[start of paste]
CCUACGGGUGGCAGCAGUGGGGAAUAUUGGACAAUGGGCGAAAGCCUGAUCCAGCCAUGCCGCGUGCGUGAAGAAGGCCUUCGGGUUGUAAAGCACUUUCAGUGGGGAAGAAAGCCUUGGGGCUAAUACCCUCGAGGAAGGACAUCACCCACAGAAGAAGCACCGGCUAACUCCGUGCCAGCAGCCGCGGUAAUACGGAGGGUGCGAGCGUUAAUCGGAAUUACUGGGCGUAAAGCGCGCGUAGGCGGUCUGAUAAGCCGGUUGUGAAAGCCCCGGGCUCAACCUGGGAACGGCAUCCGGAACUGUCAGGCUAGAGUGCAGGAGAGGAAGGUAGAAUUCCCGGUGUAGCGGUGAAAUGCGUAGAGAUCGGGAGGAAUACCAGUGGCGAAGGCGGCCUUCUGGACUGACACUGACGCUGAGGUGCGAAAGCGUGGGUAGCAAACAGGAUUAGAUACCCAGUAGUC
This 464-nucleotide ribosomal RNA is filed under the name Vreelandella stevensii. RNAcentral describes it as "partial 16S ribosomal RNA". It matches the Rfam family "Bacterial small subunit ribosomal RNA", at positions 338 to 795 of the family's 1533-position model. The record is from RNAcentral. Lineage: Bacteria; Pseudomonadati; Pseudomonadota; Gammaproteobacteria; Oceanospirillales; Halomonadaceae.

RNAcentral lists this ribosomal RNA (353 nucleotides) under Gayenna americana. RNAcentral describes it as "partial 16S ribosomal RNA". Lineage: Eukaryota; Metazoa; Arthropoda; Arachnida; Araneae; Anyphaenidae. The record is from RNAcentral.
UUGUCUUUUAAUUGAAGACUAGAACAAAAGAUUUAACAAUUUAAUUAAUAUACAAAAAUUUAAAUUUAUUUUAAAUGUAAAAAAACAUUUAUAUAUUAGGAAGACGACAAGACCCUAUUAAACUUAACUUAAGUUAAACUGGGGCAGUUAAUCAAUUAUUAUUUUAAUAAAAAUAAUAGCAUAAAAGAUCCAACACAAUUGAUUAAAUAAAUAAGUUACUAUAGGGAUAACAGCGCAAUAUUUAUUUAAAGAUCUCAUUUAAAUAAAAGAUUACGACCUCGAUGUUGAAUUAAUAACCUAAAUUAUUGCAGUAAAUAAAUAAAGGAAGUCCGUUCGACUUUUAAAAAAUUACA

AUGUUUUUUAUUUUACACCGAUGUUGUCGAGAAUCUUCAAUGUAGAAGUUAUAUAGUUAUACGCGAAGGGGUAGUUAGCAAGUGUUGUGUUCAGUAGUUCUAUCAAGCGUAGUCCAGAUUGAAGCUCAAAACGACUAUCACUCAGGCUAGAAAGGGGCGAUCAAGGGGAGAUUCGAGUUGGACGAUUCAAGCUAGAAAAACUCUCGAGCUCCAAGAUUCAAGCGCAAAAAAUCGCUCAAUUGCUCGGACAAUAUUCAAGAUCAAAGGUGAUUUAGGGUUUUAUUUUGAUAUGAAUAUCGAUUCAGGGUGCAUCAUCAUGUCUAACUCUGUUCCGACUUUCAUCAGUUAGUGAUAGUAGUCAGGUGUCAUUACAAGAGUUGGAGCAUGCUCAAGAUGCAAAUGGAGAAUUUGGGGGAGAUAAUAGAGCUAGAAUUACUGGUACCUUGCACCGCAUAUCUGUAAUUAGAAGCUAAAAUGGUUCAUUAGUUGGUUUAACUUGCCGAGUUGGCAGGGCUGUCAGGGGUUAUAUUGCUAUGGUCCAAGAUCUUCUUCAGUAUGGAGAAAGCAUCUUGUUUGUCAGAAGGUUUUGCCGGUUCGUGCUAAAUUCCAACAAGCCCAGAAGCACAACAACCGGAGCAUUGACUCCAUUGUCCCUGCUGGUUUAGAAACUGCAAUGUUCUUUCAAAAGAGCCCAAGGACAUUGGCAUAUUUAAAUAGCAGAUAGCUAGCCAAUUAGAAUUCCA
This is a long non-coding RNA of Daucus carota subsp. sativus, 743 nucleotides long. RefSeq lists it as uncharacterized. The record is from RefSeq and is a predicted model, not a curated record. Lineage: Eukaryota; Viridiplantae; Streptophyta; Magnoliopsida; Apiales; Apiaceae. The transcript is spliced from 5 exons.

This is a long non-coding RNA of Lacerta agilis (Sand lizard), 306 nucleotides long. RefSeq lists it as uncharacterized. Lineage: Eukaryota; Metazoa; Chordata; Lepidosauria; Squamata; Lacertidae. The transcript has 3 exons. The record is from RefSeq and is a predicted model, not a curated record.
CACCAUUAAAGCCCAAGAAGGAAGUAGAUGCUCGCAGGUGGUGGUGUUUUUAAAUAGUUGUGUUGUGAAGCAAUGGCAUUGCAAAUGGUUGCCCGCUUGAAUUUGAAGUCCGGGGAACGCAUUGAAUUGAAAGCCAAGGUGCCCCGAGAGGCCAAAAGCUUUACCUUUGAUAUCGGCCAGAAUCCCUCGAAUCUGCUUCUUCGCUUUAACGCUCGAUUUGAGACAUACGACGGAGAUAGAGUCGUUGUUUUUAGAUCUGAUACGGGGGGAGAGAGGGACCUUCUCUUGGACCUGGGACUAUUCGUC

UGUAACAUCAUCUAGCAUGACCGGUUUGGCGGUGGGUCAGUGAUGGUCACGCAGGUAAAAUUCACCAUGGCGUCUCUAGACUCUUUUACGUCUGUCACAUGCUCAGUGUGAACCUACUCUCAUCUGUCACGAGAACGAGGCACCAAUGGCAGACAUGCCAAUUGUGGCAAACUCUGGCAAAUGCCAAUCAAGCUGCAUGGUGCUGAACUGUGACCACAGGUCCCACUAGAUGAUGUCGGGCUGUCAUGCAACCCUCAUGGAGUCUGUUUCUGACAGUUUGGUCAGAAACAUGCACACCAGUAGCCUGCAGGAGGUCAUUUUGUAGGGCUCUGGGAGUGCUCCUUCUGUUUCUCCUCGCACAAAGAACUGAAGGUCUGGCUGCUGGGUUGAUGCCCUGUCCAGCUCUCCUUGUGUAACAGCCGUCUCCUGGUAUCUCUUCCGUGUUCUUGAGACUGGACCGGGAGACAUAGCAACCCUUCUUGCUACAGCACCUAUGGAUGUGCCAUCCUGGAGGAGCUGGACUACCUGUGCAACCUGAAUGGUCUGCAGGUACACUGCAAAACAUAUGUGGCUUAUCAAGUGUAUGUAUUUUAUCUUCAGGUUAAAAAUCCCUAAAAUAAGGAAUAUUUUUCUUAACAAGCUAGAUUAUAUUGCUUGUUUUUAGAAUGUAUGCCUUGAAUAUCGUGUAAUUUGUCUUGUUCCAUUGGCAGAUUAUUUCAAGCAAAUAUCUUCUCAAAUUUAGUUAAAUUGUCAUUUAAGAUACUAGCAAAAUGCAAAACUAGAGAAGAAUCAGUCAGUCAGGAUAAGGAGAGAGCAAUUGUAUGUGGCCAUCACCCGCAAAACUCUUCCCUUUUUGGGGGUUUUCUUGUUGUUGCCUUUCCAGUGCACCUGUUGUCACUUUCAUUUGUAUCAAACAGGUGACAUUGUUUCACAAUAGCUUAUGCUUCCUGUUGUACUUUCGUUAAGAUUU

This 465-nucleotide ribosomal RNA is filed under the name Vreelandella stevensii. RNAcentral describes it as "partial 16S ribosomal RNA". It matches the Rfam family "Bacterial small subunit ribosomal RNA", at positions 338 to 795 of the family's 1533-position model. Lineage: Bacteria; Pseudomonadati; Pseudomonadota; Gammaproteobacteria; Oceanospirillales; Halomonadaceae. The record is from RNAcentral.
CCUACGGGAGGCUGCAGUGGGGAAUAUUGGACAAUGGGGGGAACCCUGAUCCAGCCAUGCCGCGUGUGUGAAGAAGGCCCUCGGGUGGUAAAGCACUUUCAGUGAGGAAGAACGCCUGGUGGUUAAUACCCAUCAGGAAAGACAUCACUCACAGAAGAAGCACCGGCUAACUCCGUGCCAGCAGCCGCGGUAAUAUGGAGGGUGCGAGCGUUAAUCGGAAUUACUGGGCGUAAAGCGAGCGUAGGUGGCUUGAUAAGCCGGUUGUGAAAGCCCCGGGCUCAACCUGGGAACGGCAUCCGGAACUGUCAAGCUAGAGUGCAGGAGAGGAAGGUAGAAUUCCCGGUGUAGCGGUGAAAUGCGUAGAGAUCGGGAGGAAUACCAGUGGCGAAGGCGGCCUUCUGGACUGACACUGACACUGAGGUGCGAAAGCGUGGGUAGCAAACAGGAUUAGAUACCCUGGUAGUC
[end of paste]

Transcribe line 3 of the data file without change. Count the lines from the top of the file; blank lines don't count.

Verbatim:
RNAcentral lists this ribosomal RNA (353 nucleotides) under Gayenna americana. RNAcentral describes it as "partial 16S ribosomal RNA". Lineage: Eukaryota; Metazoa; Arthropoda; Arachnida; Araneae; Anyphaenidae. The record is from RNAcentral.